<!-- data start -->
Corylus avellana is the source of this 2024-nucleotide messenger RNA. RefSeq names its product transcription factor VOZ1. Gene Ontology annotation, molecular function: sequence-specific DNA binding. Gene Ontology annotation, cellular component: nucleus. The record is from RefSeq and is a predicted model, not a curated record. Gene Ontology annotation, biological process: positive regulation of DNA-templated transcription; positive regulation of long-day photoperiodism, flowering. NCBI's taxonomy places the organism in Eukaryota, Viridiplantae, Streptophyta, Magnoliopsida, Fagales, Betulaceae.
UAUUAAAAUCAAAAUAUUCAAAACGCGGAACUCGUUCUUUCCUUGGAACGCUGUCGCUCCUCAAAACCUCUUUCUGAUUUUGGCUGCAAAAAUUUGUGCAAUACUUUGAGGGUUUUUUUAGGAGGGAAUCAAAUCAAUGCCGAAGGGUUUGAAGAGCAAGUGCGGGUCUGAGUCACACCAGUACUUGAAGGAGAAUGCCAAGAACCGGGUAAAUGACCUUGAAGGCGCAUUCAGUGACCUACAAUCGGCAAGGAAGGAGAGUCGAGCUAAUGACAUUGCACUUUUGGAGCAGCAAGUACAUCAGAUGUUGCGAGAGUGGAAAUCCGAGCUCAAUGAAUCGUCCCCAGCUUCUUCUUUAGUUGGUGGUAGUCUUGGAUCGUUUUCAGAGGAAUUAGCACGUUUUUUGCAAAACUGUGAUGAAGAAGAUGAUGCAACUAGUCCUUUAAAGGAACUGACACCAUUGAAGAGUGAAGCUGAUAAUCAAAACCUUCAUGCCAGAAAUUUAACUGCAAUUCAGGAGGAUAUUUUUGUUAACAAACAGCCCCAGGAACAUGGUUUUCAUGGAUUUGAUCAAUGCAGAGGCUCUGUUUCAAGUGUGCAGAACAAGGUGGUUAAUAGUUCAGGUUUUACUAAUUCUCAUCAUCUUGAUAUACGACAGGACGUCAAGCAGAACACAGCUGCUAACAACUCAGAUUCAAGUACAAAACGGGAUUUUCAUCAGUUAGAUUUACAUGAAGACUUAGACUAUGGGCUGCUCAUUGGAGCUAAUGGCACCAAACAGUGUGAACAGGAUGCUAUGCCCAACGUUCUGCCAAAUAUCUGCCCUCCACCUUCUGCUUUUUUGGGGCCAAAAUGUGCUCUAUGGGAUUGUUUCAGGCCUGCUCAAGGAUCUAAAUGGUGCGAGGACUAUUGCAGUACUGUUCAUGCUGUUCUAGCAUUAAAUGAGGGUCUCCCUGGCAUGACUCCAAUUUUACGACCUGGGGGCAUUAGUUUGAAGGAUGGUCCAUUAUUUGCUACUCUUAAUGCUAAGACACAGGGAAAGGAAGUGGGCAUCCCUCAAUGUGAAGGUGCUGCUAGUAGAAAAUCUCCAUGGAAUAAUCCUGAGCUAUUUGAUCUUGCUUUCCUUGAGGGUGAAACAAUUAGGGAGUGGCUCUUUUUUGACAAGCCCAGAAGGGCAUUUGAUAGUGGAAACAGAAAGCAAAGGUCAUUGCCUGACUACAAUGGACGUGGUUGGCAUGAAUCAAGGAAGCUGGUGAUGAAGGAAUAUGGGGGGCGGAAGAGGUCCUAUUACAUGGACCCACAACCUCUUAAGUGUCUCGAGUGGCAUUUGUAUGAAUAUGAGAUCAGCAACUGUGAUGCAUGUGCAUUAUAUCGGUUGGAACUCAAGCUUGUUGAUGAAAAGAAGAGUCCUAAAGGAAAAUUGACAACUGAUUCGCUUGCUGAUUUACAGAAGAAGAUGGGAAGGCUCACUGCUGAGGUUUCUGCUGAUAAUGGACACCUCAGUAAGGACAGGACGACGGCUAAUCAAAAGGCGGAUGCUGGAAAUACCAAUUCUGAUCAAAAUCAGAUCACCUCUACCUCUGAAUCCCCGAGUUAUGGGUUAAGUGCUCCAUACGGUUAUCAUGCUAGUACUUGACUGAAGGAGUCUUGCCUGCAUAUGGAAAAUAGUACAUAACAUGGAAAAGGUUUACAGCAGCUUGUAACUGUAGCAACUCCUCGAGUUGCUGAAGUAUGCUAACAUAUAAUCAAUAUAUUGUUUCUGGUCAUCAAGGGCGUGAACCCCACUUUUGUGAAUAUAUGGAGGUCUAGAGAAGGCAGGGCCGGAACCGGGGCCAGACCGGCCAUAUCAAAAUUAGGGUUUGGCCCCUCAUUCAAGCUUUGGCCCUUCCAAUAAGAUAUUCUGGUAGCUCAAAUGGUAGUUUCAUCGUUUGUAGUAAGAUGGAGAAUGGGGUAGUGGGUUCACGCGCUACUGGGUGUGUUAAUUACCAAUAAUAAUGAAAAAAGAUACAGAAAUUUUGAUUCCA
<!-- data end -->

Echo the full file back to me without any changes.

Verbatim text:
Corylus avellana is the source of this 2024-nucleotide messenger RNA. RefSeq names its product transcription factor VOZ1. Gene Ontology annotation, molecular function: sequence-specific DNA binding. Gene Ontology annotation, cellular component: nucleus. The record is from RefSeq and is a predicted model, not a curated record. Gene Ontology annotation, biological process: positive regulation of DNA-templated transcription; positive regulation of long-day photoperiodism, flowering. NCBI's taxonomy places the organism in Eukaryota, Viridiplantae, Streptophyta, Magnoliopsida, Fagales, Betulaceae.
UAUUAAAAUCAAAAUAUUCAAAACGCGGAACUCGUUCUUUCCUUGGAACGCUGUCGCUCCUCAAAACCUCUUUCUGAUUUUGGCUGCAAAAAUUUGUGCAAUACUUUGAGGGUUUUUUUAGGAGGGAAUCAAAUCAAUGCCGAAGGGUUUGAAGAGCAAGUGCGGGUCUGAGUCACACCAGUACUUGAAGGAGAAUGCCAAGAACCGGGUAAAUGACCUUGAAGGCGCAUUCAGUGACCUACAAUCGGCAAGGAAGGAGAGUCGAGCUAAUGACAUUGCACUUUUGGAGCAGCAAGUACAUCAGAUGUUGCGAGAGUGGAAAUCCGAGCUCAAUGAAUCGUCCCCAGCUUCUUCUUUAGUUGGUGGUAGUCUUGGAUCGUUUUCAGAGGAAUUAGCACGUUUUUUGCAAAACUGUGAUGAAGAAGAUGAUGCAACUAGUCCUUUAAAGGAACUGACACCAUUGAAGAGUGAAGCUGAUAAUCAAAACCUUCAUGCCAGAAAUUUAACUGCAAUUCAGGAGGAUAUUUUUGUUAACAAACAGCCCCAGGAACAUGGUUUUCAUGGAUUUGAUCAAUGCAGAGGCUCUGUUUCAAGUGUGCAGAACAAGGUGGUUAAUAGUUCAGGUUUUACUAAUUCUCAUCAUCUUGAUAUACGACAGGACGUCAAGCAGAACACAGCUGCUAACAACUCAGAUUCAAGUACAAAACGGGAUUUUCAUCAGUUAGAUUUACAUGAAGACUUAGACUAUGGGCUGCUCAUUGGAGCUAAUGGCACCAAACAGUGUGAACAGGAUGCUAUGCCCAACGUUCUGCCAAAUAUCUGCCCUCCACCUUCUGCUUUUUUGGGGCCAAAAUGUGCUCUAUGGGAUUGUUUCAGGCCUGCUCAAGGAUCUAAAUGGUGCGAGGACUAUUGCAGUACUGUUCAUGCUGUUCUAGCAUUAAAUGAGGGUCUCCCUGGCAUGACUCCAAUUUUACGACCUGGGGGCAUUAGUUUGAAGGAUGGUCCAUUAUUUGCUACUCUUAAUGCUAAGACACAGGGAAAGGAAGUGGGCAUCCCUCAAUGUGAAGGUGCUGCUAGUAGAAAAUCUCCAUGGAAUAAUCCUGAGCUAUUUGAUCUUGCUUUCCUUGAGGGUGAAACAAUUAGGGAGUGGCUCUUUUUUGACAAGCCCAGAAGGGCAUUUGAUAGUGGAAACAGAAAGCAAAGGUCAUUGCCUGACUACAAUGGACGUGGUUGGCAUGAAUCAAGGAAGCUGGUGAUGAAGGAAUAUGGGGGGCGGAAGAGGUCCUAUUACAUGGACCCACAACCUCUUAAGUGUCUCGAGUGGCAUUUGUAUGAAUAUGAGAUCAGCAACUGUGAUGCAUGUGCAUUAUAUCGGUUGGAACUCAAGCUUGUUGAUGAAAAGAAGAGUCCUAAAGGAAAAUUGACAACUGAUUCGCUUGCUGAUUUACAGAAGAAGAUGGGAAGGCUCACUGCUGAGGUUUCUGCUGAUAAUGGACACCUCAGUAAGGACAGGACGACGGCUAAUCAAAAGGCGGAUGCUGGAAAUACCAAUUCUGAUCAAAAUCAGAUCACCUCUACCUCUGAAUCCCCGAGUUAUGGGUUAAGUGCUCCAUACGGUUAUCAUGCUAGUACUUGACUGAAGGAGUCUUGCCUGCAUAUGGAAAAUAGUACAUAACAUGGAAAAGGUUUACAGCAGCUUGUAACUGUAGCAACUCCUCGAGUUGCUGAAGUAUGCUAACAUAUAAUCAAUAUAUUGUUUCUGGUCAUCAAGGGCGUGAACCCCACUUUUGUGAAUAUAUGGAGGUCUAGAGAAGGCAGGGCCGGAACCGGGGCCAGACCGGCCAUAUCAAAAUUAGGGUUUGGCCCCUCAUUCAAGCUUUGGCCCUUCCAAUAAGAUAUUCUGGUAGCUCAAAUGGUAGUUUCAUCGUUUGUAGUAAGAUGGAGAAUGGGGUAGUGGGUUCACGCGCUACUGGGUGUGUUAAUUACCAAUAAUAAUGAAAAAAGAUACAGAAAUUUUGAUUCCA